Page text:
Local News

Judge again OKs evidence for fatal I-85 crash trial

Posted September 29

Chandler Michael Kania sits in an Orange County courtroom during a Sept. 23, 2016, pre-trial hearing. He is accused of killing three people in a July 2015 crash on Interstate 85.
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— A judge ruled Thursday that blood-alcohol and cellphone evidence can be introduced in the trial of a former University of North Carolina at Chapel Hill student accused of killing three people a year ago in a wrong-way collision on Interstate 85.

Authorities said Chandler Michael Kania was driving north in the southbound lanes near the split of I-85 and Interstate 40 in Orange County on July 19, 2015, when his Jeep Wrangler collided with a Suzuki driven by Felecia Harris.

Harris, 49, of Charlotte, her friend Darlene McGee, 46, of Charlotte, and Harris' granddaughter Jahnice Beard, 6, of Brooklyn, N.Y., were killed in the fiery wreck. Harris' daughter, Jahnia King, 9, was seriously injured.

Kania's trial on charges of second-degree murder, felony death by motor vehicle, felony serious injury by motor vehicle, driving while impaired, driving left of center, obtaining alcohol by a minor and underage consumption of alcohol is set to begin next week.

Defense attorneys have tried twice to exclude evidence of Kania's blood-alcohol content after the crash and information authorities gleaned from his iPhone.

Toxicology tests show that Kania had a blood-alcohol content of 0.17, which is more than twice the level at which a driver is considered impaired under North Carolina law. Because Kania was 20 at the time, however, any alcohol in his system would have been illegal because he was underage.

Kania's attorneys alleged that he was too injured to consent to a blood draw in an ambulance after the crash, so his blood was taken illegally and any analysis of it should be excluded from the trial.

Likewise, they said Kania's phone was illegally seized and the State Highway Patrol troopers didn't provide enough justification for a search warrant to examine it.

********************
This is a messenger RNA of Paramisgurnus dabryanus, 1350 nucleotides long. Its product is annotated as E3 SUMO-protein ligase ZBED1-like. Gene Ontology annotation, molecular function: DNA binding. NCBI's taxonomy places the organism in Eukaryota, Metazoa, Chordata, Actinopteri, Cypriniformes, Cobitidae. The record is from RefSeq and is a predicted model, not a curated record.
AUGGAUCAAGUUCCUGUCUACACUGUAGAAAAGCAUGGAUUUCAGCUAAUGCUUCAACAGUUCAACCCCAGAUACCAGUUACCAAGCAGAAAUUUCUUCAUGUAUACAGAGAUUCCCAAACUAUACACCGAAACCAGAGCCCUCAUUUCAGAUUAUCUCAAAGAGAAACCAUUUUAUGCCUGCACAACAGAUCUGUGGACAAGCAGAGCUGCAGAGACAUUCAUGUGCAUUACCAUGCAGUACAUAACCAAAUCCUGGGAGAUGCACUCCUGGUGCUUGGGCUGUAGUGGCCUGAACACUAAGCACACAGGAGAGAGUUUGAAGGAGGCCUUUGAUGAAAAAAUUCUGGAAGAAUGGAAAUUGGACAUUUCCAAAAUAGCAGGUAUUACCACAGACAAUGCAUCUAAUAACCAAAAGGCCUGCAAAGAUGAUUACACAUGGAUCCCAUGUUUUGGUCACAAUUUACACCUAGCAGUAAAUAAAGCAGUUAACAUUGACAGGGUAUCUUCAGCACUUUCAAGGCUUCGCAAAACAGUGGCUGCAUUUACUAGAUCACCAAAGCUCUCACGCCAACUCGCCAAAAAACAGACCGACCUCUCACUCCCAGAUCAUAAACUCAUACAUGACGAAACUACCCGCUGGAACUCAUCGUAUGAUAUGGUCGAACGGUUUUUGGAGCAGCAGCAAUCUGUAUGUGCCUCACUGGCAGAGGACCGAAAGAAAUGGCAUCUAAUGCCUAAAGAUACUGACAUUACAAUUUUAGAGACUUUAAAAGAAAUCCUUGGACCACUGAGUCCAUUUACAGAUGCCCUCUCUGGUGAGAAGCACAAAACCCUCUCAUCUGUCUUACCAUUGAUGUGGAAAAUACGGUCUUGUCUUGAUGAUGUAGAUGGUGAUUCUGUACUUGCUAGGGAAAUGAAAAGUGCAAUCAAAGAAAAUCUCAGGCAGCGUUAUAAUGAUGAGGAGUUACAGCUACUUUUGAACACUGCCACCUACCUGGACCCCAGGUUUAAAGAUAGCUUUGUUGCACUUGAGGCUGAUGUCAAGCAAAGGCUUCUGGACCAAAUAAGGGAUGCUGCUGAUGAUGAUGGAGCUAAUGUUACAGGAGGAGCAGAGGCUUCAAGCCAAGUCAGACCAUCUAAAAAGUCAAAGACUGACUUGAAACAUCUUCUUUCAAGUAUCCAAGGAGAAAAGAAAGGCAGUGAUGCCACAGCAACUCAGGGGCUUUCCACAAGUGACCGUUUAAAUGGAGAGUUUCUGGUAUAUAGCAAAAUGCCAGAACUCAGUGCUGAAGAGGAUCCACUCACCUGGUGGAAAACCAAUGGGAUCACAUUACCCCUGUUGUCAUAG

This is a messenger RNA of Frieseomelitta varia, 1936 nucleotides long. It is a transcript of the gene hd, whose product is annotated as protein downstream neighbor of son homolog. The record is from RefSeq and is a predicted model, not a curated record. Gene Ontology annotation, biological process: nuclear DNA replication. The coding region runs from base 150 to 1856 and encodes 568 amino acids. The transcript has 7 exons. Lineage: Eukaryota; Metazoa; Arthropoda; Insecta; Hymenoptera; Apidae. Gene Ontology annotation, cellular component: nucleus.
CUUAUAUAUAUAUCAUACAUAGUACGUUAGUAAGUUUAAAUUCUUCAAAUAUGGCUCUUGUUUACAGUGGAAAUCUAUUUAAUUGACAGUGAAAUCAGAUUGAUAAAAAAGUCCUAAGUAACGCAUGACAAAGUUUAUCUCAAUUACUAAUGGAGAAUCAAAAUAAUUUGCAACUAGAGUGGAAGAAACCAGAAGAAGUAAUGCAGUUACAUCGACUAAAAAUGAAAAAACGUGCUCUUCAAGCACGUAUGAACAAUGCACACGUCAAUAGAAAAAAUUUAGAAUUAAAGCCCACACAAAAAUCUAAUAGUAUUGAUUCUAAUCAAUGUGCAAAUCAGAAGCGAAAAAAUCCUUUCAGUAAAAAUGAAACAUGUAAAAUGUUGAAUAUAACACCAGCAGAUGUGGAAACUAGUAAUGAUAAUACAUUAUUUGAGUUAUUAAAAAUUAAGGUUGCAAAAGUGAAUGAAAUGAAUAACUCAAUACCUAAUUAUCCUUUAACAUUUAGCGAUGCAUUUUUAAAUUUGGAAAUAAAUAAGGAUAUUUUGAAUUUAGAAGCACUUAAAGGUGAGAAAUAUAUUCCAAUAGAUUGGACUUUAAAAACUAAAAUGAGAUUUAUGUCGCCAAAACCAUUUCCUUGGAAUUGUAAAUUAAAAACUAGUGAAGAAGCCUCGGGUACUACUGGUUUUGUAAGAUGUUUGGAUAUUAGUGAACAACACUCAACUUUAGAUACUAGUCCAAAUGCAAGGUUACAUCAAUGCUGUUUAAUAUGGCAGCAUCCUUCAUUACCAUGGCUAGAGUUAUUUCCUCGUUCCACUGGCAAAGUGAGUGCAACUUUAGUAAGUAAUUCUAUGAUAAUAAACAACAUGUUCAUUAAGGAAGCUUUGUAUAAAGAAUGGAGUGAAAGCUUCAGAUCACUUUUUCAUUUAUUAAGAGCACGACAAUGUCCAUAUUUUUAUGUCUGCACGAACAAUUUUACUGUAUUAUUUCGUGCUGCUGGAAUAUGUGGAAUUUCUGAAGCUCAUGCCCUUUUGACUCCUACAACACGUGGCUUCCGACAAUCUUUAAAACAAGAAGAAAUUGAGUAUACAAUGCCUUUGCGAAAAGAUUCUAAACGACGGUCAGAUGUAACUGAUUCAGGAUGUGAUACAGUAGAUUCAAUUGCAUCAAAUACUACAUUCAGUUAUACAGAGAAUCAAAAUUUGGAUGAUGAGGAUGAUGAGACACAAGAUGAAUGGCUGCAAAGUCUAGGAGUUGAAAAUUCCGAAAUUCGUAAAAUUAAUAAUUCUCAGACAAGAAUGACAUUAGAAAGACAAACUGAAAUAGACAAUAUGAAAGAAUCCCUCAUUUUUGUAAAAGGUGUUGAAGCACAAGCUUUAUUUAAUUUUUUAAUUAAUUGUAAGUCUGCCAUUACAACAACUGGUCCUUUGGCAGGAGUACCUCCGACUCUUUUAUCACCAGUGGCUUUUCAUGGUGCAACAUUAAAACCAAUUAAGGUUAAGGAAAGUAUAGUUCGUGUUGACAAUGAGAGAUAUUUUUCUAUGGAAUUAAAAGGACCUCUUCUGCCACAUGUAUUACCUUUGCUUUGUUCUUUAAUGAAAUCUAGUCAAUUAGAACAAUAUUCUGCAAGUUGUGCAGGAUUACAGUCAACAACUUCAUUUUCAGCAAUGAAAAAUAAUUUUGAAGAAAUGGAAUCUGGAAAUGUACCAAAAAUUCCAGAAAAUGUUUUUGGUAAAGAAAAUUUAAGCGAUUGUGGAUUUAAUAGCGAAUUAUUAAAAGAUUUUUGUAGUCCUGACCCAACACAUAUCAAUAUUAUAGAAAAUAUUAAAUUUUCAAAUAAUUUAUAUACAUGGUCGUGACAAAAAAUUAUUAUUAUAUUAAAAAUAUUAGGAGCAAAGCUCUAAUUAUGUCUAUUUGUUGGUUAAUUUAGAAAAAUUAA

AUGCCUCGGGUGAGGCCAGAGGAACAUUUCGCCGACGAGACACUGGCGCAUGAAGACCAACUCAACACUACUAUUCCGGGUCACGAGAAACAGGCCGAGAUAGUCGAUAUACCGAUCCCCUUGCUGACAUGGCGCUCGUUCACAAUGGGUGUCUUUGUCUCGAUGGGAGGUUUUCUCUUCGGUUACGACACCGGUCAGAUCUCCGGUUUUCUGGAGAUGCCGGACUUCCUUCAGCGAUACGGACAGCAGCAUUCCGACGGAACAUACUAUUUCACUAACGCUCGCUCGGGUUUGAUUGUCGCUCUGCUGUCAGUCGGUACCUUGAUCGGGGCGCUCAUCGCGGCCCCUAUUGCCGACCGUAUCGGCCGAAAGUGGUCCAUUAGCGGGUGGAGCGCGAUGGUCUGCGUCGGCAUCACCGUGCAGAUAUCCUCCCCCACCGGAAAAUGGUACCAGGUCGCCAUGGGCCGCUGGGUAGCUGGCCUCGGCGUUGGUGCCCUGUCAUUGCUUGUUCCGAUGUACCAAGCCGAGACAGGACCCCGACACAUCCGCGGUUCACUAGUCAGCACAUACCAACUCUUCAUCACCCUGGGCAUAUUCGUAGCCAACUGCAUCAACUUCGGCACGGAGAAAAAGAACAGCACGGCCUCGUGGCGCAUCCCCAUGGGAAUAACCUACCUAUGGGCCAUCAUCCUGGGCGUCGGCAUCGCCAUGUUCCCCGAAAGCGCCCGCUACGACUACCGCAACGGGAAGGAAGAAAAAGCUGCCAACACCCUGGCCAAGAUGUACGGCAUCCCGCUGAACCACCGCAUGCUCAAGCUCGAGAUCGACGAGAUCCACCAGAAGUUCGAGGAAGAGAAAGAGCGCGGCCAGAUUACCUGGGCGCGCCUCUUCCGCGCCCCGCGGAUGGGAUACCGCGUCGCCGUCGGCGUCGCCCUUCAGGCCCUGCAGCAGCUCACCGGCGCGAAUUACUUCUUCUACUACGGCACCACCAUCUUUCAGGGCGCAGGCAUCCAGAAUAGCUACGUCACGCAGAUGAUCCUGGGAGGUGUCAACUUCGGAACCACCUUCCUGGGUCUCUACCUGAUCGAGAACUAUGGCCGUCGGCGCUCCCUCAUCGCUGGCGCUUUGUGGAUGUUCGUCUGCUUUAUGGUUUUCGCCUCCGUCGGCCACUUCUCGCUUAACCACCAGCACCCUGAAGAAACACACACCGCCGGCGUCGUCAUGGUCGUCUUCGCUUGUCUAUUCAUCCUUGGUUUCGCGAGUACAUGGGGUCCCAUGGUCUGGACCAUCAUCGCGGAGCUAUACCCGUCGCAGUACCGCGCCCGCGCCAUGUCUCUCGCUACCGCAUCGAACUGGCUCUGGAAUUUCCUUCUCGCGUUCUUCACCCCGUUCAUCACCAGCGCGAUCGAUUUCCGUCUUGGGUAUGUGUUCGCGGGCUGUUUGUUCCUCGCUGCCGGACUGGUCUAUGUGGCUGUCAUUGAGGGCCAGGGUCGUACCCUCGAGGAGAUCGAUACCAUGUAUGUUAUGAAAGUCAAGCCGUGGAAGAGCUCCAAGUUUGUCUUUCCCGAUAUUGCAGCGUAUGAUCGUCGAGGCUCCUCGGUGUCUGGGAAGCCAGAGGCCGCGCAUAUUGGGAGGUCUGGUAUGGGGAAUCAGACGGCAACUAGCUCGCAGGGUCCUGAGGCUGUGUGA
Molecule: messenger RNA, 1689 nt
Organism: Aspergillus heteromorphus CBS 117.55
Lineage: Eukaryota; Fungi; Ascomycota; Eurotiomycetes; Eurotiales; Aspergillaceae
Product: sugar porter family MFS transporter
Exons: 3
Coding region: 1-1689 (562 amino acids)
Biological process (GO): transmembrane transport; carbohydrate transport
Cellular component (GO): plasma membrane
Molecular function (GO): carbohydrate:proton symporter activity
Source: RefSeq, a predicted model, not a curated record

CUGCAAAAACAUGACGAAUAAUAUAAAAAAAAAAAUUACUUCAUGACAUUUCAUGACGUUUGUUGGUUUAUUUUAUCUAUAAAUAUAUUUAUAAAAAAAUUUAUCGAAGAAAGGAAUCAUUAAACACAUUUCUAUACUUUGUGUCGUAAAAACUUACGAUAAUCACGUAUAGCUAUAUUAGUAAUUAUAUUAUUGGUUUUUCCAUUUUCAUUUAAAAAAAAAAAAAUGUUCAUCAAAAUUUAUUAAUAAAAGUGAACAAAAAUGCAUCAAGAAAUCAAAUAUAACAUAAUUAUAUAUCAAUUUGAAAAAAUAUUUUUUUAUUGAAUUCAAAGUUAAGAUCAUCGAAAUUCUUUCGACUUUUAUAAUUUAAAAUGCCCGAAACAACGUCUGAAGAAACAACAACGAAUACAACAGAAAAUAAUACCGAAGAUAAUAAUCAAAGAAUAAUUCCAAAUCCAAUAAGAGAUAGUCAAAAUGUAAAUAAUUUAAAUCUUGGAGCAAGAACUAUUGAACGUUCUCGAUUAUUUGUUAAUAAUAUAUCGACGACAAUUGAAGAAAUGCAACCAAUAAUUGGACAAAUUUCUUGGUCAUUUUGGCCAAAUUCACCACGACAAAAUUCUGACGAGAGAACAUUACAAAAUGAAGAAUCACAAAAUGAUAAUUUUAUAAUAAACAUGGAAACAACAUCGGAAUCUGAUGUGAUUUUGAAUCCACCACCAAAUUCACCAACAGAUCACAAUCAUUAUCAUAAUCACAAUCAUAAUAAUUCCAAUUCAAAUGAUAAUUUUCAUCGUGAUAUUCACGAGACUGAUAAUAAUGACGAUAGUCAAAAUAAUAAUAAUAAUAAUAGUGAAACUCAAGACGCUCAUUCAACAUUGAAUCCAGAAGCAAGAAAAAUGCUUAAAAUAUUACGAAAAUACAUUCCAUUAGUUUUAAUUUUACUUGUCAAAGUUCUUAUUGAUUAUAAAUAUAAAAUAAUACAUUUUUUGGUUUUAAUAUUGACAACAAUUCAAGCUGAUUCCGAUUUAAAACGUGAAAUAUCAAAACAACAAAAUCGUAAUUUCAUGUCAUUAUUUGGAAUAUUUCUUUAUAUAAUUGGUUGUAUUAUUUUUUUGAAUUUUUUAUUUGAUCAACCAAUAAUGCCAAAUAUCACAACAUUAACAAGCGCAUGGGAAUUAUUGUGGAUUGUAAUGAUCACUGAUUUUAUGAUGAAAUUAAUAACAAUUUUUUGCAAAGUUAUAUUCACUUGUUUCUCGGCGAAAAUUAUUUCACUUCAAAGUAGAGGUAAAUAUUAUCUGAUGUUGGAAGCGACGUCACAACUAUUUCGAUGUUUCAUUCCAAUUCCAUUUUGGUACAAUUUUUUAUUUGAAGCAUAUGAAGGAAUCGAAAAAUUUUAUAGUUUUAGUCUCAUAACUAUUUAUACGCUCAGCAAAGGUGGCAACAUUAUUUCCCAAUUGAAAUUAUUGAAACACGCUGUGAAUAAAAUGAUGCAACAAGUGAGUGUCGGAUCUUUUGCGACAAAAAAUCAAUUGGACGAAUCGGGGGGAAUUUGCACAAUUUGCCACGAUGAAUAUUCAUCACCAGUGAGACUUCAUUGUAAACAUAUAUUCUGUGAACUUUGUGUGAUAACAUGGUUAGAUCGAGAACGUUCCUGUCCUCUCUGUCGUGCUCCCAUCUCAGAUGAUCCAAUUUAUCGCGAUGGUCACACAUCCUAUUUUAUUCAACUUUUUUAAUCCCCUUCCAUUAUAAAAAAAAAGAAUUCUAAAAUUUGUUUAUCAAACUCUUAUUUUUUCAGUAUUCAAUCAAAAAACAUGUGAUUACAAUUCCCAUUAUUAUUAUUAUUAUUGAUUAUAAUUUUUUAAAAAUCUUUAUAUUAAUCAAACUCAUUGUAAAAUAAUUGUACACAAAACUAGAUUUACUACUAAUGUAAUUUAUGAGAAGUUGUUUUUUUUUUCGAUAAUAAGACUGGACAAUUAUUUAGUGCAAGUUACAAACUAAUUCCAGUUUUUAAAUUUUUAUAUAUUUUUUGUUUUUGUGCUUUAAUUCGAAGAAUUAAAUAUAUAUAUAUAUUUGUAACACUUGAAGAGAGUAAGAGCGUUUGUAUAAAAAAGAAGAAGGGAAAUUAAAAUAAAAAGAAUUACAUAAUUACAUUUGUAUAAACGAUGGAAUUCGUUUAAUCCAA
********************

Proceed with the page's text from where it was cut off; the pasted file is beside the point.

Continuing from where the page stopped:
Investigators say hundreds of images were taken from the phone. According to prosecutors, Kania's friends fought with him prior to the crash and, in an attempt to keep him from driving, they took his phone.

Superior Court Judge Allen Baddour ruled against both defense motions.


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  • Betsey Duggins Sep 29, 5:57 p.m.
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    Just because you are monetarily privileged does not make you above the law. Judge is correct in his motion.

  • Byrd Ferguson Sep 29, 5:19 p.m.
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    Hey rich boy, you don't got enough money to buy your way out of this one. Meet your new cellmate, Chip.

  • Mary Meadows Sep 29, 4:41 p.m.
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    He has good attorneys - the best that money can buy The problem is that he is so darn guilty they are grasping at straws to justify the large retainer.

  • Aiden Audric Sep 29, 3:01 p.m.
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    Blood: implied consent laws. You get on the road drunk and appear to be drunk, you get your blood taken because your consent is wrapped in your agreeing to obey the law and not drive drunk.

    Friends stated he fought with people before driving off wasted, his phone remaining behind. Seems reasonable that his phone would help fill in information about what happened before he drove off. Selfies of his drinking - things of that nature.

    Just Baddour ruled rationally. A child in kindergarten would have ruled the same way - these are no-brainer and on the side of the law.

    I'm thinking Kania's attorneys aren't going to serve him very well if that's the best they could come up with so far.